“It’s a teeter-totter. One side can’t go down without the other coming up, and unless you’ve done something horribly wrong and are a really awful playground equipment jockey, you can’t get both sides to come down at the same time.“
I’m not the brightest bulb in the knife drawer, so when I talk mathematics, I like to keep it simple enough for even me to understand. So here goes…
Simple math dictates that if you have 10 dollars to spend, you can spend less than 10 dollars, but you certainly can’t spend more.
Am I with me so far? I am? Great! Let’s move on.
If we carry that same analogy forward to how my wife and I used to operate my life, if we got 10 dollars, we would immediately spend that 10 dollars on dumb stuff. Then we would hit a point in the month where we needed additional money for legitimate reasons, but again… we only had that 10 dollars. So we would instead charge things on a credit card. Simple!
Listen folks, we didn’t get into our current situation by making smart choices. We made the financial equivalent choice of stepping right into the ring with an MMA champion because we watched a Jackie Chan movie from our couch and thought “it all looked kind of easy.”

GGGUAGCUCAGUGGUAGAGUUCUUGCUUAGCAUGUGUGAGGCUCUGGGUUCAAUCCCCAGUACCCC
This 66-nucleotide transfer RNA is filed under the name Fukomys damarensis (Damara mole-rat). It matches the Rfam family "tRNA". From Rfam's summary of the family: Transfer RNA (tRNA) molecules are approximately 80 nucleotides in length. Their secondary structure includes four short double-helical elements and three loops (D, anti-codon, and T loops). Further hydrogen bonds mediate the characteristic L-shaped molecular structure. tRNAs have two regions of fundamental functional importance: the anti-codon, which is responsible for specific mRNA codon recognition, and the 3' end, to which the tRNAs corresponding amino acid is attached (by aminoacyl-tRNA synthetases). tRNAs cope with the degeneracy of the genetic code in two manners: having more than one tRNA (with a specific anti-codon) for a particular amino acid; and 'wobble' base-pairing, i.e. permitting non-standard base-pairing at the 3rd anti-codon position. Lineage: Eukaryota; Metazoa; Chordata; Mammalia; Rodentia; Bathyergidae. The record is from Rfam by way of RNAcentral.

Now that we’re over that way of thinking and have firmly placed our life back on track, we don’t have the credit cards anymore. I almost said, “as a fallback,” but that’s like saying, “We don’t have the pit of spikes to catch us if we fall off of this tightrope anymore.”
The 10 dollars we have is now the 10 dollars we have.
In our situation, we had some money in a 401k, but literally no money in a savings account of any kind. So now we have two things that we need to accomplish:
- We need to pay off our debt.
- We need to put some money into savings.
Dave Ramsey’s approach to this is wildly aggressive. He basically says you should get $1,000 into an emergency savings fund, and then divert every remaining penny to paying off your debt as quickly as possible.
David Bach on the other hand goes for an approach of splitting any funds you have almost 50/50, with half going towards savings until you’ve got 3-6 months worth of salary built up, and the other half going towards debt.
Almost 7 months into this process and I’m still not sure which one I side with.